DescriptionThe Old Croton dam was built (1837-1842) to provide a water supply for the growing city of New York. However, need soon outstriped the supply, and the New Croton Dam was built (1892-1906) some 3.5 miles downstream from the older structure. This massive cut stone structure 240' high increased the length of the reservoir to nineteen miles and completely submerged the older dam. The New Croton Dam is distinguished by its arched road bridge, spillway design and sensitive employment of cut stone.


PropertyYorktown Heights Railroad Station
MunicipalityYorktown
Community
Street Number
Street AddressCommerce Street

Historic District Name
Local Landmark Status?Yes  01/05/88
Local Landmark District Status?   
National Register District Status?   
County Register Status?   
National Register Status? Yes  03/19/81
National Historic Landmark Status?   
National Historic Landmark District Status?   
State Register Status? Yes  01/26/81
Eligible for National Register?

Owner
Institutional OwnerTown of Yorktown
Tax Map Available?
Tax Map Image Available?
Tax Section       Tax Block       Tax Lot

ArchitectNew York Central RR Putnam Division
BuilderNew York Central RR Putnam Division
Building TypeOther (describe)
Building Type, DetailsTransportation
Architectural Style
Architectural Style, Details
Current UseOther (describe)
Current Use, DetailsMuseum
Original UseOther (describe)
Original Use, DetailsTransportation
Structural ConditionGood
NeighborhoodCommercial
Threats to Building
Site IntegrityOriginal Site
Date Moved
Year Built1877-1886
Structural SystemTimber Frame
Structural System, Details
Photograph Available?Yes
Alterations.Between the time of the building's construction and the cessation of rail service in 1962, alterations included painting the wood paneling, covering the hardwood floors with asphalt tile, installing electricity, and moving the stove and chimney to the east wall. A major restoration project, undertaken by the Town of Yorktown in 1976, consisted of returning the building, inside and out, to near-original appearance. For more information see the files maintained by the Westchester County Historical Society.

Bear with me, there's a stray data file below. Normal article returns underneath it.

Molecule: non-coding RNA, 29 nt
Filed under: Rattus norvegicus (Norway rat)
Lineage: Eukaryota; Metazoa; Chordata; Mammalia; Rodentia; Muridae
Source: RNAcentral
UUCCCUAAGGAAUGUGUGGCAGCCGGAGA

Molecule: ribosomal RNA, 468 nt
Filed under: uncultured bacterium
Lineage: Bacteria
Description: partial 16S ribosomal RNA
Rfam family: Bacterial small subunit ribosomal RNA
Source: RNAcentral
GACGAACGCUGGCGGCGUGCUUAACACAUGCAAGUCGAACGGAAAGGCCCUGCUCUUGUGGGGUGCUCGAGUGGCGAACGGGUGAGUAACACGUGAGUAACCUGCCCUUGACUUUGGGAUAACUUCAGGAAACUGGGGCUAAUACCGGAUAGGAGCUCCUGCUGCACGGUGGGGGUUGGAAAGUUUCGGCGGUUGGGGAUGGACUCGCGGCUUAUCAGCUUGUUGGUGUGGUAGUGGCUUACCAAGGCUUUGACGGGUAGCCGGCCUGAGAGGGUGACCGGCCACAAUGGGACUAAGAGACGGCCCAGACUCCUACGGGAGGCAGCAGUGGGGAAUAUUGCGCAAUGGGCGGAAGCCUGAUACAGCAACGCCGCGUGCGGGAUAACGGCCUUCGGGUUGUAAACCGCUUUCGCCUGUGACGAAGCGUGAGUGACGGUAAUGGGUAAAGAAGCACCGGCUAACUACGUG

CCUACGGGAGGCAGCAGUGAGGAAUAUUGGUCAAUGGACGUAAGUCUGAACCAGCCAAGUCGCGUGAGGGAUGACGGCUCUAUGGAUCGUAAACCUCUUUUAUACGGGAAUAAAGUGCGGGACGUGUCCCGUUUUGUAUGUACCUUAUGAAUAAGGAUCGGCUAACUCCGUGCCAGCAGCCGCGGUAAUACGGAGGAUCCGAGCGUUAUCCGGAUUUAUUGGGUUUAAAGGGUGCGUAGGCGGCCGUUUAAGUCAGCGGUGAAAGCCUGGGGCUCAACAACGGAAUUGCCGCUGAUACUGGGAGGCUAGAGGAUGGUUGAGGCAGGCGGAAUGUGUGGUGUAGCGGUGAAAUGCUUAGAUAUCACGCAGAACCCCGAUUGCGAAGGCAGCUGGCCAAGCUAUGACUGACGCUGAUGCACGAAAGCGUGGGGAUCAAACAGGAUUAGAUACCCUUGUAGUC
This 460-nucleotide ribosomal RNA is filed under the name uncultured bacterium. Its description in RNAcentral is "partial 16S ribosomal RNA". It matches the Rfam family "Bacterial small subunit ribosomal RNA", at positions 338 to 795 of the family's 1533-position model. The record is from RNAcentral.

Date of Alterations

SignificanceThe Yorktown Heights Railroad Station is an important architectural and historically resource of the Town of Yorktown. The station is representative of the picturesque rural architecture of the New York Central’s Putnam Division. Standing by 1886, it became the nucleus for the area’s turn-of-the-century commercial development. Restored in 1976, the building retains much of its original character and fabric, and is one of only two station of this scale and design still standing in Westchester County.
DescriptionThe Yorktown Heights Railroad Station is located on one-and-one-half scares of land near the present commercial center of this northern Westchester County community. One-story high with a shingled hipped gable roof, the railroad station has beige exterior sheathing of board and batten construction on the lower third of the building and clapboard above. A vernacular half-timber effect is achieved by the application of horizontal broads forming a framewater table and string course, and a variety of vertical frame division on all façades. Completely functional in plan, the station as originally constructed consisted of two major spaces: the waiting room and the baggage room. Interior woodwork of the building consisted of: floor-to-ceiling oak paneling; built-in benches in the waiting room; and elaborately molded cornice on the ticket office; heavy brackets supporting the ticket window shelf; a double Dutch-type door between the waiting and baggage rooms; and oak hardwood floors throughout.